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Buddhadharma : Fall 2009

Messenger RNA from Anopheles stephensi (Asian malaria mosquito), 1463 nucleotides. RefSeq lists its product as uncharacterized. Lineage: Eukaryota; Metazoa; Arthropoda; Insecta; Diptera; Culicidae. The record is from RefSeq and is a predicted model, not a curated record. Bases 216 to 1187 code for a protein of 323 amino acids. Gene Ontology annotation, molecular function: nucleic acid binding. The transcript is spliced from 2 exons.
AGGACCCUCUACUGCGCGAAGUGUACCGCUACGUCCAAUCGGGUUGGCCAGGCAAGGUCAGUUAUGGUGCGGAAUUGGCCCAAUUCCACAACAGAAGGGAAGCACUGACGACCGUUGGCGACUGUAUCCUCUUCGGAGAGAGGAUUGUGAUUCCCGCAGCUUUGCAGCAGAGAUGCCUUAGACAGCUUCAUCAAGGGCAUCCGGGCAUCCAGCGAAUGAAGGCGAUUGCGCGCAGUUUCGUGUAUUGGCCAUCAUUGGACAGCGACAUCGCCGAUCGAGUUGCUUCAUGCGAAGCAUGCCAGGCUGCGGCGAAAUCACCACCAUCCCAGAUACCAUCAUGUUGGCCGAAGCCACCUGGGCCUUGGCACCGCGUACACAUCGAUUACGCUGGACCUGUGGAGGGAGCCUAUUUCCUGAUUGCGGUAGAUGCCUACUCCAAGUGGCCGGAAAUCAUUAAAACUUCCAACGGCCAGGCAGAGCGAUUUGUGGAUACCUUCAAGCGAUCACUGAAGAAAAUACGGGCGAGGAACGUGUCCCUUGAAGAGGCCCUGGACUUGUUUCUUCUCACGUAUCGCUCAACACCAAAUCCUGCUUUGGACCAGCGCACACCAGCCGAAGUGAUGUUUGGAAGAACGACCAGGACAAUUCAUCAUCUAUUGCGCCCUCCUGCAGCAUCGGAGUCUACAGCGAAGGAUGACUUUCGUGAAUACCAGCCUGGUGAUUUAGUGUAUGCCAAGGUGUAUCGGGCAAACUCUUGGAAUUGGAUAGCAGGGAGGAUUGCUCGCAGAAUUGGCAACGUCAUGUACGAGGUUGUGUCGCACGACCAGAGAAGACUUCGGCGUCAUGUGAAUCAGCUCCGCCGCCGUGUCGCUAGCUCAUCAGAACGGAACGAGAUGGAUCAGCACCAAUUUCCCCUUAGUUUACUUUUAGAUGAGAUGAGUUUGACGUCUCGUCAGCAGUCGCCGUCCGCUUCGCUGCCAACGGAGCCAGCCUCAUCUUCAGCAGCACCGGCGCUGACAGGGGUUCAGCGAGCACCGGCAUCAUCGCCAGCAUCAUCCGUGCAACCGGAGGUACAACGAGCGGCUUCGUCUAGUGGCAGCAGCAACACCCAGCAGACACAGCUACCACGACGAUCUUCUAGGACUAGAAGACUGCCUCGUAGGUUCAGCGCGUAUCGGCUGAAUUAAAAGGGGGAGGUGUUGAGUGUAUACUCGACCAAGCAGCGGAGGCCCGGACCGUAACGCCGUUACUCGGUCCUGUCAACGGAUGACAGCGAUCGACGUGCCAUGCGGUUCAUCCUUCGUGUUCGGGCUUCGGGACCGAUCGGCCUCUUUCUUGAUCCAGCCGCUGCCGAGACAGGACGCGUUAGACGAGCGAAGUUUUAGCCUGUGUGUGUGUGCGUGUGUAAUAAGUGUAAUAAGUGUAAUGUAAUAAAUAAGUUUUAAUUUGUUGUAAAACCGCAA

©Kimbellartmuseumap1966.09 wears a crown. Such initiations are still an important feature of Vajrayana Buddhism. The earth-touching gesture of the central Buddha’s right hand alludes to the moment in Siddhartha Gautama’s life when, challenged by the forces of evil, he called upon the earth to witness his right to seek enlightenment. After the earth thundered her acknowledge- ment, Siddhartha resumed his meditation, and became the Buddha. Additional buddhas fill the top of the arch and the top and sides of the supporting pillars. These buddhas, which illustrate the existence of past, future, and current buddhas, provide a broader tempo- ral background for this seminal moment in the lifetime of the historical Buddha. They also reiterate the promise of enlightenment for all, which is inherent in Siddhartha’s life and in imagery recording key moments from that life. A small buddha, who also holds his right hand in the earth-touching gesture, is seated in the center of the arch encircling the Bud- dha. The small buddha may be understood as Akshobhya, one of the most important buddhas in Vajrayana, and the only other buddha identified by the use of this gesture. His presence in this sculpture further links it to the development and spread of esoteric practices. As one would expect of a work of art cre- ated centuries after the Buddha’s enlighten- ment, this sculpture serves both as an iconic reminder of his teachings and as a reference to the many ways in which Buddhism evolved as it spread throughout Asia. 71 fall 2 00 9 buddhadharma: the practitioner’s quarterly